Our analysis must be set in the overall context of the low prevalence of HCV in our setting, and the retrospective approach to data collection. We cannot comment on population level epidemiology, as a large pool of individuals who are HCV-infected never have a screening or diagnostic test [9]. Due to gaps in the laboratory data-set, in which not every sample was tested for HCV RNA, we adopted a pragmatic definition of active HCV infection based on the best laboratory evidence available (in some cases this was an assay for HCV-Ag without an accompanying NAT). Our analysis of sensitivity and specificity of HCV-Ag testing could only be assessed in the subset of samples that had undergone testing with assays for both HCV-Ag and HCV RNA quantification.

The rate of false negative HCV tests is our population is likely to be low, but quantifying this was not possible within this study, as we relied on identifying samples that initially tested positive. In order to ascertain the PPV of the HCV-Ab test in-house, we referred to a Reference Laboratory test as ‘gold standard’. However, this repeat testing in a Reference Laboratory setting is itself subject to an error rate, and therefore may lead to a misrepresentation of our overall assay performance.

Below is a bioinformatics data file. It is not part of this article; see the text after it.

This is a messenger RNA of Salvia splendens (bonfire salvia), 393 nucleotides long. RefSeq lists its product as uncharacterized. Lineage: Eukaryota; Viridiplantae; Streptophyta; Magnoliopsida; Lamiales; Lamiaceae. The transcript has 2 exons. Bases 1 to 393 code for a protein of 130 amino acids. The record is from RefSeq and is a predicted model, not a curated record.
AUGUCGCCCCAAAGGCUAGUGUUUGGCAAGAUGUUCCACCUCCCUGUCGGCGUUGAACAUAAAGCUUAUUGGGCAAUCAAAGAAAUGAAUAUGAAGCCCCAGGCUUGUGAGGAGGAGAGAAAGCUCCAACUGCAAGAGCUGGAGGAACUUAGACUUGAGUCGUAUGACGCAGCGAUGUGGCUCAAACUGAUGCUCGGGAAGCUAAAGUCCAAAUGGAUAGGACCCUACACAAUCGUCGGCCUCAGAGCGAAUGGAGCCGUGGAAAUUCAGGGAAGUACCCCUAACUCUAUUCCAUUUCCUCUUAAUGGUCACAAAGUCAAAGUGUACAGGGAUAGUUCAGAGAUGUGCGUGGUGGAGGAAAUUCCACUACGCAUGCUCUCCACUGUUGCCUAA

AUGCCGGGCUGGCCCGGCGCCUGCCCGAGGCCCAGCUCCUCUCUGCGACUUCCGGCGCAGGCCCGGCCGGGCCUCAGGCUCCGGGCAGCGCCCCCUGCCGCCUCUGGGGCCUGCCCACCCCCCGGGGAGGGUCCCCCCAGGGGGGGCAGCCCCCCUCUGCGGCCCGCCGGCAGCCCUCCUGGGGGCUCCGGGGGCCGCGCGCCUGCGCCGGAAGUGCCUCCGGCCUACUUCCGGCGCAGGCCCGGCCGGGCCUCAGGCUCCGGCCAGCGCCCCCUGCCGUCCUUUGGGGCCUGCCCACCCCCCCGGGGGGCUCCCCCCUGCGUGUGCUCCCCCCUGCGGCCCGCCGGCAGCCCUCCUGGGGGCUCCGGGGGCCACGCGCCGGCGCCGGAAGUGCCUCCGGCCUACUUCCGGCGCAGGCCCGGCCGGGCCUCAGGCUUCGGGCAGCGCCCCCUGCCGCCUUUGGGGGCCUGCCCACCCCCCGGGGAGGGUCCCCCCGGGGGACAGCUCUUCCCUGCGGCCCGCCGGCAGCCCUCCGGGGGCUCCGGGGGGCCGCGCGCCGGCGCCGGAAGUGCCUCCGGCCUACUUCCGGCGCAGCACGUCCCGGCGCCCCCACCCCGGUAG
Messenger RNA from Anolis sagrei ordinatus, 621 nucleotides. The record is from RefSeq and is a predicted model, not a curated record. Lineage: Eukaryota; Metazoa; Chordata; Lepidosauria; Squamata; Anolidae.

We found evidence that the HCV-Ab test performs poorly in individuals predicted to be of African origin. A similar high rate of false positive tests has previously been reported from Polynesia [39]. This illustrates how tests that have been validated in white European/Caucasian populations cannot necessarily be robustly applied in other settings. Although the tools used here have been validated [21, 22], use of name is an imperfect way to derive ethnic origin and is potentially confounded by a variety of factors, the most obvious of which is individuals who change their name through marriage.

In our setting, the sexual health clinic anonymises patient data, preventing robust linkage between services. We are therefore unable to trace outcomes for patients who were diagnosed via this route (8% of the total; Table 2). Likewise, consistent identification and tracing of individuals who use drugs and/or are in prison is challenging, and we cannot exclude the possibility of duplication of some of these individuals within our dataset.